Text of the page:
Offshore racing gear

Tylo

Member
195
111
Sweden
I wear black because I think it looks cooler.

My rationale is that there is plenty of florescent yellow and flashing lights on my PFD, which also gives me one more incentive to wear the thing.

I could be an idiot though, who knows. I've never fallen off a boat unintentionally so I have zero experience.

 

toddster

Super Anarchist
4,256
993
The Gorge
Is it too "twee" to go with the same colors as the boat?  I had the same color as the cove stripe (red).  During the Safety At Sea session, all of us discount schmucks in WM gear looked like we were on the same team.  

IDK, my new Spinlock PFD is black.  So it must be cool, eh?

 

toddster

Super Anarchist
4,256
993
The Gorge
IDK. We did jump in the water with the "cheap stuff" lined gear and swim around for half an hour.  Wasn't that much of an issue.  And my PFD didn't auto-inflate, so I had to tread water for a while.  I suppose on the initial plunge, the liner might hold air and only later fill with water.  But you know, water has neutral buoyancy.  And there weren't huge volumes of water draining out in the rafts.  But nobody was specifically looking at this issue at the time.  

 

SailingTips.Ca

Feigns Knowledge
789
338
Victoria, BC
IDK. We did jump in the water with the "cheap stuff" lined gear and swim around for half an hour.  Wasn't that much of an issue.  And my PFD didn't auto-inflate, so I had to tread water for a while.  I suppose on the initial plunge, the liner might hold air and only later fill with water.  But you know, water has neutral buoyancy.  And there weren't huge volumes of water draining out in the rafts.  But nobody was specifically looking at this issue at the time.  
I used the "cheap stuff" in an ISAF Safety at Sea course and it was fine in the water, but I felt like a water balloon climbing out of the pool, with significant amounts of water retained between the nylon liner and PVC, especially in the arms and legs.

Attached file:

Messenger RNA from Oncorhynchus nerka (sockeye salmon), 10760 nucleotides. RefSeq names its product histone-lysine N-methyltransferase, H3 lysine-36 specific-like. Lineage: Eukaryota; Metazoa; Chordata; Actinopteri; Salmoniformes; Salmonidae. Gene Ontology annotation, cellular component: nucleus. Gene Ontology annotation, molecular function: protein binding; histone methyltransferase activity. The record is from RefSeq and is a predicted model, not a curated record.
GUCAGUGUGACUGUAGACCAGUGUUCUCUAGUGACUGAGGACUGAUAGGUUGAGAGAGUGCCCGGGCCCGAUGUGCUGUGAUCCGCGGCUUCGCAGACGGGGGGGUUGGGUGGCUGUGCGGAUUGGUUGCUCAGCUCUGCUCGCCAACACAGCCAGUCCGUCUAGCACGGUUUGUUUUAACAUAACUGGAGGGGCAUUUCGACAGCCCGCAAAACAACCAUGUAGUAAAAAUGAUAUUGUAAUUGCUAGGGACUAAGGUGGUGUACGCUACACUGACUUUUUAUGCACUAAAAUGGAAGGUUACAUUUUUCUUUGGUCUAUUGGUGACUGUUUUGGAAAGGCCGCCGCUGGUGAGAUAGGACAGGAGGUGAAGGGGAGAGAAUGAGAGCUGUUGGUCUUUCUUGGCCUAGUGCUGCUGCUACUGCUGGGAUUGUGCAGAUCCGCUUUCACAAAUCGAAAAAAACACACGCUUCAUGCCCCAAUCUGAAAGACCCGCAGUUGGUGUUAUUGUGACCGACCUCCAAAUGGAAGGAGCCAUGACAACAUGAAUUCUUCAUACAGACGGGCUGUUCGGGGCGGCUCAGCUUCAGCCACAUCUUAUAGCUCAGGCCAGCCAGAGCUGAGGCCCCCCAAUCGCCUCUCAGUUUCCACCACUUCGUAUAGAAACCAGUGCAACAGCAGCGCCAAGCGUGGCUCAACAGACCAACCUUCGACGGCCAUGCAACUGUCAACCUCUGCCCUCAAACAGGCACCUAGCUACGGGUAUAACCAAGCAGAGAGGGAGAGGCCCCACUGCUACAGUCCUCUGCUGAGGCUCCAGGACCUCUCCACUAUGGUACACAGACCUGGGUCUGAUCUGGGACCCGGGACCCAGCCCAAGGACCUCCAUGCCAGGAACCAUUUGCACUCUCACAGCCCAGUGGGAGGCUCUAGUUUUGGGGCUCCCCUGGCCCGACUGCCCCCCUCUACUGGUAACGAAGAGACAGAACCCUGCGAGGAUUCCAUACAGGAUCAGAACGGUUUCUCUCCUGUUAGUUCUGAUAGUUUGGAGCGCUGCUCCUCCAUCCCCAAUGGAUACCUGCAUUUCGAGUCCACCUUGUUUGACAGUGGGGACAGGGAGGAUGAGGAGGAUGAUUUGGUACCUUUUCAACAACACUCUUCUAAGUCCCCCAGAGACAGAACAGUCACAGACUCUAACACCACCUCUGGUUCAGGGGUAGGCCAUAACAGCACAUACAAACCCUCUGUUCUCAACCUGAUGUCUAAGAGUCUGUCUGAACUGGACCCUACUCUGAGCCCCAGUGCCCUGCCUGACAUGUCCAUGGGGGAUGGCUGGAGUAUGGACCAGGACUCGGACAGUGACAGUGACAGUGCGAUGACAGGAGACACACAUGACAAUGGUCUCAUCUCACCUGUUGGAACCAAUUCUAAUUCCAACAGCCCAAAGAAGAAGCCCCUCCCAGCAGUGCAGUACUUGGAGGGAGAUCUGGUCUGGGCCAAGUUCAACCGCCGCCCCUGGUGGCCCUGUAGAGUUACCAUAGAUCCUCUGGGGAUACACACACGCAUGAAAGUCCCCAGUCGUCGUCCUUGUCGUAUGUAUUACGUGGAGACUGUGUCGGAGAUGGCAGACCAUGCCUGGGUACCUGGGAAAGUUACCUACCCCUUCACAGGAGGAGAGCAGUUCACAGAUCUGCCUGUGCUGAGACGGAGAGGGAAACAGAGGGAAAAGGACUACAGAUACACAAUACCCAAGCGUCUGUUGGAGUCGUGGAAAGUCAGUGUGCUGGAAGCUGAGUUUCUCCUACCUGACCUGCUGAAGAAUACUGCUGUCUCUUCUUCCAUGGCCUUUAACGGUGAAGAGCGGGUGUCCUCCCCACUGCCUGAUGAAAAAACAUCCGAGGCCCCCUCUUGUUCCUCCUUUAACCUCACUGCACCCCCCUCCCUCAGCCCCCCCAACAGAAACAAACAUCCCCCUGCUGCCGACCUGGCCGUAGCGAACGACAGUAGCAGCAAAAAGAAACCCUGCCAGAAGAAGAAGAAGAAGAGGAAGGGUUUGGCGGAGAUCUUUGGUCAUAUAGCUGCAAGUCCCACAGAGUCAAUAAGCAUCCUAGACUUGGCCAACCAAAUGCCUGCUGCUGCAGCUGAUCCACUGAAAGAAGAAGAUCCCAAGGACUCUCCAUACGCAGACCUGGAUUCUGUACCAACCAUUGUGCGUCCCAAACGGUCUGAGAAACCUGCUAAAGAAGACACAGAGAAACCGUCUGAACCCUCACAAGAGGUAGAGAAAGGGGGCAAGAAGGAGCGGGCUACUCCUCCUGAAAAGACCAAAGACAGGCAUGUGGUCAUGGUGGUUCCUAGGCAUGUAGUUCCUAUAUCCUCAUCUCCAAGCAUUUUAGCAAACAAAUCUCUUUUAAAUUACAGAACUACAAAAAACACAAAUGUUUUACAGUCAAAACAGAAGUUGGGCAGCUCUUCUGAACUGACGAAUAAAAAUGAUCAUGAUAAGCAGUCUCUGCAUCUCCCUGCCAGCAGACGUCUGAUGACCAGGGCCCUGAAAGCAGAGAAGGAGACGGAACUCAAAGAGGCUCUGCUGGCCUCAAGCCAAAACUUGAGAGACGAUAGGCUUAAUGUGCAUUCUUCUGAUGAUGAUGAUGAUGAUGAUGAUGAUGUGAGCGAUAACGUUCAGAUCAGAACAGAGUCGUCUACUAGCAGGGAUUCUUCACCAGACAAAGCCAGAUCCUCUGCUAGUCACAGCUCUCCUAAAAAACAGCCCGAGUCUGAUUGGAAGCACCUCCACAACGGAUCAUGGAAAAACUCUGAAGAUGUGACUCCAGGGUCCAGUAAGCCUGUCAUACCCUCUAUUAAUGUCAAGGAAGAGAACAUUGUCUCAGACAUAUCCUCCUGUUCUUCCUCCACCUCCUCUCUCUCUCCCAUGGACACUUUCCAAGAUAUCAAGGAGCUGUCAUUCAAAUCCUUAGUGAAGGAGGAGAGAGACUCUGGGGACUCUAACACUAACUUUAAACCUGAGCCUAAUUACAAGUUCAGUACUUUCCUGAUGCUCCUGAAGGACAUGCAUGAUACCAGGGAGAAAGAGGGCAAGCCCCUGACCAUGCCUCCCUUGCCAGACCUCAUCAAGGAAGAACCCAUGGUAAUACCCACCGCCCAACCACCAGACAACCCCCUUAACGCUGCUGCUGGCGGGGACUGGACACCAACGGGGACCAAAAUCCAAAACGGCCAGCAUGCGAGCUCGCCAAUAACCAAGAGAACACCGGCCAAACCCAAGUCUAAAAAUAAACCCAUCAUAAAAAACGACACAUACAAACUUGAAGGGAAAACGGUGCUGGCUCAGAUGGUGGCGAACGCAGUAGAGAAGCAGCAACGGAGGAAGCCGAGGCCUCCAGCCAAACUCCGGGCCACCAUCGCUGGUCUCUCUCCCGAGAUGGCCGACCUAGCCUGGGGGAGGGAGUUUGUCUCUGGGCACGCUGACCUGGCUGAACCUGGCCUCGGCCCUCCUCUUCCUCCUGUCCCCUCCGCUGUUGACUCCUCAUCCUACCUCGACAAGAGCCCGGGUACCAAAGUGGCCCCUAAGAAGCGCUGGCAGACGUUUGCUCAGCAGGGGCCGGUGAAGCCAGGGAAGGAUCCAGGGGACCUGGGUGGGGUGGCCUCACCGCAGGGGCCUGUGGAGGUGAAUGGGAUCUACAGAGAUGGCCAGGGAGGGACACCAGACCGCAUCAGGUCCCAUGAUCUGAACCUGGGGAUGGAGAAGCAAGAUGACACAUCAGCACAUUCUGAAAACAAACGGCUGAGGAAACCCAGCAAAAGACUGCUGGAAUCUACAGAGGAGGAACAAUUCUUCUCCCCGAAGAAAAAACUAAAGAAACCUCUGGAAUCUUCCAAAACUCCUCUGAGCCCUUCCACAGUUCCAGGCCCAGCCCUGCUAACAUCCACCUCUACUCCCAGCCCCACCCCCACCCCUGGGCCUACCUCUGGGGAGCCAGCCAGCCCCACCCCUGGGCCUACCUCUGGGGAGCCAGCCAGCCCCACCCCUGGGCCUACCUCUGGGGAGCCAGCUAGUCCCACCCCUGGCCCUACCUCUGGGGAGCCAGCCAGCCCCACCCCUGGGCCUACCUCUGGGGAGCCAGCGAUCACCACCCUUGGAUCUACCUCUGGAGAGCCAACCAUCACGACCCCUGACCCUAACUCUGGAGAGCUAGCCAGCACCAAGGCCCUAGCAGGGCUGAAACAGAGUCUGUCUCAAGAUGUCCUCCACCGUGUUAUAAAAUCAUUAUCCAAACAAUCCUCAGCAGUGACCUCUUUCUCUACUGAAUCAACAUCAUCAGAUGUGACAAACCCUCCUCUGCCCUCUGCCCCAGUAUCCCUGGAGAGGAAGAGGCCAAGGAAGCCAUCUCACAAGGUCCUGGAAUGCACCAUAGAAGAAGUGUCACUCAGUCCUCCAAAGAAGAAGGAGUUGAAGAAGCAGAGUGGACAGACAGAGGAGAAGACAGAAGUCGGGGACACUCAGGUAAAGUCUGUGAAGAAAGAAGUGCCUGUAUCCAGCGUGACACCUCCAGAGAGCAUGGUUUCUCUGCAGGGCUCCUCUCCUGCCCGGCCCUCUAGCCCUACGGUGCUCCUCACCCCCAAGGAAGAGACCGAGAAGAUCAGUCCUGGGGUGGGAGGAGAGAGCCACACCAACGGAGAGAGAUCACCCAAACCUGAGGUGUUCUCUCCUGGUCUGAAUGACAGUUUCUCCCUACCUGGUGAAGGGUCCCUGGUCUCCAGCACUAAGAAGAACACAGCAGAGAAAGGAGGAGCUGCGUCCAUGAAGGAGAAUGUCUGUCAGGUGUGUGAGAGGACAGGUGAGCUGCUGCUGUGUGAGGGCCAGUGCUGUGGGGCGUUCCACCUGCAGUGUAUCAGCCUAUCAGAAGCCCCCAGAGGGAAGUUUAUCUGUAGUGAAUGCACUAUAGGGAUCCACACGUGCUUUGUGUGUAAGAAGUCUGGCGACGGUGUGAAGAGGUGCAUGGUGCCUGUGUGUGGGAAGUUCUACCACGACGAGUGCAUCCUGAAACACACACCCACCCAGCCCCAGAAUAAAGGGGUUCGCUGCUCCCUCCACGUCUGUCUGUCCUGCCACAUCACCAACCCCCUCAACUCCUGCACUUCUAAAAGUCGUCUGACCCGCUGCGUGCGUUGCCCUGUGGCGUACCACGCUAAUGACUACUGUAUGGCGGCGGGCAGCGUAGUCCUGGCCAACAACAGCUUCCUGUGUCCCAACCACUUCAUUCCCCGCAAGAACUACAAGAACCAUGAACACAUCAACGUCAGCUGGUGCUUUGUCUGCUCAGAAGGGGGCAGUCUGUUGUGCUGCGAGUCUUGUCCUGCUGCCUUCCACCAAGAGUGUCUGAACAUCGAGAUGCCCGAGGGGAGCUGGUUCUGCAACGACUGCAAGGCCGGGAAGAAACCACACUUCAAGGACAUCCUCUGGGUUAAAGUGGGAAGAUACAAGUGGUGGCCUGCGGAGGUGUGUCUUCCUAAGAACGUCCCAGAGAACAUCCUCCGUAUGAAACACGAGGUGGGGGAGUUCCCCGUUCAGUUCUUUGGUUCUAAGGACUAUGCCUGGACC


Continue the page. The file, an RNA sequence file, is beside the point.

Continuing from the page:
Might also depend on the specific suit, but good to test!

 
Last edited by a moderator:
I have done two SAS pool sessions with full foul weather gear on and have 'refreshed' my DWR coating on lots of my gear in the tub and have found that all of it is positively buoyant for a good amount of time. It was long enough in all the cases that you would really need to worry about hypothermia for most places I sail with full gear on before it would show negative buoyancy. And that was in fresh water so it would only be more buoyant in saltwater. I also almost always wear a PFD. I do think I have ever heard of anyone being concerned about the buoyance of foul weather gear. 

 

Tylo

Member
195
111
Sweden
I could be wrong here, but my interpretation of the clip is that the foul weather gear (or the liners, rather) filling with water isn't a problem until it becomes time for you, or someone else, to drag you up and out of the water in a rescue op.

When you or your rescuer might already be exhausted from trying to stay alive, every lbs counts and having to lift an additional 4 gallons of water could mean the difference between being able to pull yourself out of the water or being stuck in it.

 

Latest posts




Top